4713. Why don't they do so, because they appear to have a fairly good harbour 1
—The reason is that those who go out here in a gale of north wind cannot come in for want of a pier. If they come with a take of herrings, the steamer cannot get near the pier, and so on, and they have no facilities for turning their fishing to account, such as there would be if there was a pier here. There are at least 150 or 160 boats, with about four men each, and their families, all fishing more or less here, but they
would fish a great deal more if they had a pier.
4714. You consider Broadford Bay a proper position for a good harbour 1
—Distinctly; it is very well situated. I am going to open a correspondence with the Board of Fisheries. I was asked to communicate with them some weeks ago, and I intend to do so in a day or two; for I think that a good pier here would be a very material improvement to the condition of the people.
4715. Of some 400 fishermen?
—A great many more than 400. If there was a pier here, where a steamer could come, there are 600 or 700 fishermen who would come here and put their fish into the steamer, instead of getting half value for them at the curing stations.
4716. Have you any idea what the cost of such a pier would be in Broadford Bay
—I think a gentleman who had a pretty fair idea of it estimated it would cost about £3000 to make a good pier at Broadford.
4717. And I presume it would be well worth while for those fishermen to pay a good rent for the use of that pier,—that there would be enough of money for a return?
—I don't know as to the rent.
4718. They said they were willing to pay a fair rent?
—I have no doubt if the fishings were improved, they would be in a position to pay rent. It would not come to very much in all. I think the fishing would be so much improved that they would all very cheerfully pay a trifle for the use of the pier.
4719. Professor Mackinnon.
—Would you consider what you call the present croft, without being subdivided, sufficiently big as it is ?
—If the thing could be managed, I would like to see the crofts a great deal bigger. The best of them are, to my mind, too small to make a comfortable living. I would like to see the biggest even much larger.
4720. I suppose there was nothing like the same subdivision long ago—forty years ago ?
—The subdivision has been going on for a very long time; and I remember very well, when the father of the late Lord Macdonald saw the evil of it, he gave orders to the factor of the day to take means to stop it, and it created such an amount of discontent among the people, because they could not do what they would with their own, that he gave it up after trying for some years, and let them take their own way.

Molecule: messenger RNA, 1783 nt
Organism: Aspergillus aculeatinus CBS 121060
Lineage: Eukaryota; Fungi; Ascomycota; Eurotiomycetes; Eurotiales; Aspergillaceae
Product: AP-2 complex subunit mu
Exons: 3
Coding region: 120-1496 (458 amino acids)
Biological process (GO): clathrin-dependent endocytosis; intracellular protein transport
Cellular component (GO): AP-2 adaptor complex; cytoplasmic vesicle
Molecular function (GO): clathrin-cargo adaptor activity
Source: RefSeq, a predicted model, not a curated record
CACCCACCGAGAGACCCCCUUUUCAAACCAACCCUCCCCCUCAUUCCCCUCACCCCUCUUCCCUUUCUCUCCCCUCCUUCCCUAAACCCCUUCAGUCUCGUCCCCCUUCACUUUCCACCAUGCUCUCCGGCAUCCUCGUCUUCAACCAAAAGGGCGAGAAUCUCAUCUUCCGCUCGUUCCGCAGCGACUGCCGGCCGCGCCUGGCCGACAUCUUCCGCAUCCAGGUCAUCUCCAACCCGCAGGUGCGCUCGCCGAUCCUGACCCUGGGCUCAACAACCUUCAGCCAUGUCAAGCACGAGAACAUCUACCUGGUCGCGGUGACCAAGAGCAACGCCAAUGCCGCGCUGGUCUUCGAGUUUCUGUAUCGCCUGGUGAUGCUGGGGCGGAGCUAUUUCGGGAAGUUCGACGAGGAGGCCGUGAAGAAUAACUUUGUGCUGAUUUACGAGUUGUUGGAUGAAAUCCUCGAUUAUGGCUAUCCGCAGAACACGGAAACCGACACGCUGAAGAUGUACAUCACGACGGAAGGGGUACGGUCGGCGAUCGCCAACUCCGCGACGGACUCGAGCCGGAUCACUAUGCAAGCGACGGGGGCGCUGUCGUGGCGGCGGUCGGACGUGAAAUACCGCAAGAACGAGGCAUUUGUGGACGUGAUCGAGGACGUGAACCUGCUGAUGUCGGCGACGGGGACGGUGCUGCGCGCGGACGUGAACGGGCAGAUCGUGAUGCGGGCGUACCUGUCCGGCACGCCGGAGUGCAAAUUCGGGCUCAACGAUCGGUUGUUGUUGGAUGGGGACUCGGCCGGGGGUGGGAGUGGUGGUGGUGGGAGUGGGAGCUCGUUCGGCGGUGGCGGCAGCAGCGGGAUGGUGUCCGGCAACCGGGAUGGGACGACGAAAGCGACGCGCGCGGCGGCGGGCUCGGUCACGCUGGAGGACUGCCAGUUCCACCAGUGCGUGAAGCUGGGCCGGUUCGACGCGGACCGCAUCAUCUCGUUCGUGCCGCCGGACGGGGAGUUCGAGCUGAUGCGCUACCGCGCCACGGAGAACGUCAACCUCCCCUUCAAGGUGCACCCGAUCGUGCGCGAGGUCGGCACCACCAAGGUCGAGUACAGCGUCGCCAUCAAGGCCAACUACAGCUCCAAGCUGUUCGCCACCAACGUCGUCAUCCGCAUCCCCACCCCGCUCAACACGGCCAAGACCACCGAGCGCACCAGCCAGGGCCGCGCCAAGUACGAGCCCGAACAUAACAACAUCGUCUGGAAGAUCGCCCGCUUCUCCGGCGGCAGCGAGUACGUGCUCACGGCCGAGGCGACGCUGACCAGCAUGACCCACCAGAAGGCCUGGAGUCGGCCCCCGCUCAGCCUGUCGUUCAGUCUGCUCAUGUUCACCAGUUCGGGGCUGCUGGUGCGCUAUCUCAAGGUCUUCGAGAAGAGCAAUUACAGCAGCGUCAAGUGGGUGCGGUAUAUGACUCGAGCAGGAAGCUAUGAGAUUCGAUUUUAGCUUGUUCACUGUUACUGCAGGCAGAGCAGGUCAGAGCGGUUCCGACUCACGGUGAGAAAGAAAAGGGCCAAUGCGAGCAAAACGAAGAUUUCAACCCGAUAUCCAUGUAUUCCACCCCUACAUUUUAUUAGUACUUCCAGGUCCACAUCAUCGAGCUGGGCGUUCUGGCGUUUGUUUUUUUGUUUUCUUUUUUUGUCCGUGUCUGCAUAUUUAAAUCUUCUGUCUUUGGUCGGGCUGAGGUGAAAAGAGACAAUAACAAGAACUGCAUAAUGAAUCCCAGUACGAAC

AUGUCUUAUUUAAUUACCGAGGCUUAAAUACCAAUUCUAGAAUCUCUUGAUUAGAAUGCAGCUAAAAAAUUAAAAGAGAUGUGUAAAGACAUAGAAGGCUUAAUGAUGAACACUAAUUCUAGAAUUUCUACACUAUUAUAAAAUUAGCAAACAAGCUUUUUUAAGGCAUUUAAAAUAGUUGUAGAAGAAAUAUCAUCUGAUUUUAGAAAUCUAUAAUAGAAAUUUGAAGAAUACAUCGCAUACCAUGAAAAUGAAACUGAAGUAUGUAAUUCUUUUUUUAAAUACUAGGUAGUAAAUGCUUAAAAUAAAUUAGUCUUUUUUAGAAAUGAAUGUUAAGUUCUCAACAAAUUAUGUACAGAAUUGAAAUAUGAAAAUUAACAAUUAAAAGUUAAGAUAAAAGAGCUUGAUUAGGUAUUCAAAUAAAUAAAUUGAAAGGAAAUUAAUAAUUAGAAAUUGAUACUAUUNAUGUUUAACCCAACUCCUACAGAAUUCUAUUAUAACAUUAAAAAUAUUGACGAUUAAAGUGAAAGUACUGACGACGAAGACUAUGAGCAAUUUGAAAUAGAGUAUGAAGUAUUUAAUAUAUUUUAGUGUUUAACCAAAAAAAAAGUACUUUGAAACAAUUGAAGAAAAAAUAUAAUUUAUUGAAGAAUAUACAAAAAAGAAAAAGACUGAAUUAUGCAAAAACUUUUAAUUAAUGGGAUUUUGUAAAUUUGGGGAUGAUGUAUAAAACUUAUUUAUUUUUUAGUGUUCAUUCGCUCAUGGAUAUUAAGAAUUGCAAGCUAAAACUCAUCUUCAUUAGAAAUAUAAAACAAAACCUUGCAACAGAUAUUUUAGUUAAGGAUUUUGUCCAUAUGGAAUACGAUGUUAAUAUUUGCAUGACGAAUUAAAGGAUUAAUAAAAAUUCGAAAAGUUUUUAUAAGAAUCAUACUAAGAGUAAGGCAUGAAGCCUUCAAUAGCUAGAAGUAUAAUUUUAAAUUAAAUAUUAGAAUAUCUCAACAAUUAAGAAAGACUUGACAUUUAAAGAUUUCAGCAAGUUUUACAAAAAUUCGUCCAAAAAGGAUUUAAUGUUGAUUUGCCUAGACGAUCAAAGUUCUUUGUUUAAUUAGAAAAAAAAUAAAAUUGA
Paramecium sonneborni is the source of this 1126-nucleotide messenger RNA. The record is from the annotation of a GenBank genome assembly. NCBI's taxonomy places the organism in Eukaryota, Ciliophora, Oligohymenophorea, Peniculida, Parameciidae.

4721. I suppose there is no doubt the people are more expensively dressed and fed now than they were forty years ago ; but was a substantial crofter of that day not in his own way more comfortably fed than he is to-day?
—No, I do not think so. They had more food grown by themselves than they have now, but I think that the crofters now live better than they did then. I don't mean to say they are not in many places on the verge of starvation.
4722. They told us they killed their own sheep in those days?
—I can look back perfectly well sixty years, and all the sheep I know of being killed was that there was always a sheep on Christmas day.
4723. But even with the enlarged crofts, and supposing they were spread over some of the tacks of the country to the utmost reasonable extent, emigration would still have to form part of the solution of the problem for the improvement of the people ?
—I think, if an opening could be found for them in the different places of the country, the question of emigration might be deferred to a future generation.
4724. It would come?
—-Well, we would not see the necessity for it if they could get those holdings at home.
4725. Of course, if they got money for boats and nets, that would be a matter of importance ?
—That would be an immense matter.
4726. They would have to pay back interest upon it, of course, and they would be quite ready to insure those boats ?
—Yes, of course.
4727. And to pay back interest?
4728. The Chairman.
—Referring for a moment to the question of emigration, we are aware, from the records of the past, that there have been various emigrations, at different periods, from Skye, and we have no reason to doubt that the people who have emigrated have, in many cases, done well. We also know that people have been prompted to emigrate from other parts of Scotland, and that they have succeeded in the colonies, and sent home encouraging reports to their relations here. Now, we have been struck by the great reluctance of those whom we have examined to avow any inclination to leave the country. They always speak of emigration with repugnance, and always speak with favour of enlarged holdings at home. Do you think that the sentiment is quite spontaneous and natural to the people, or do you think it has been inspired by the suggestions of others elsewhere—from Ireland and other quarters ?
—Well, it is a phase of public opinion that is new to me. It is of recent origin, and it is not easy for me to say.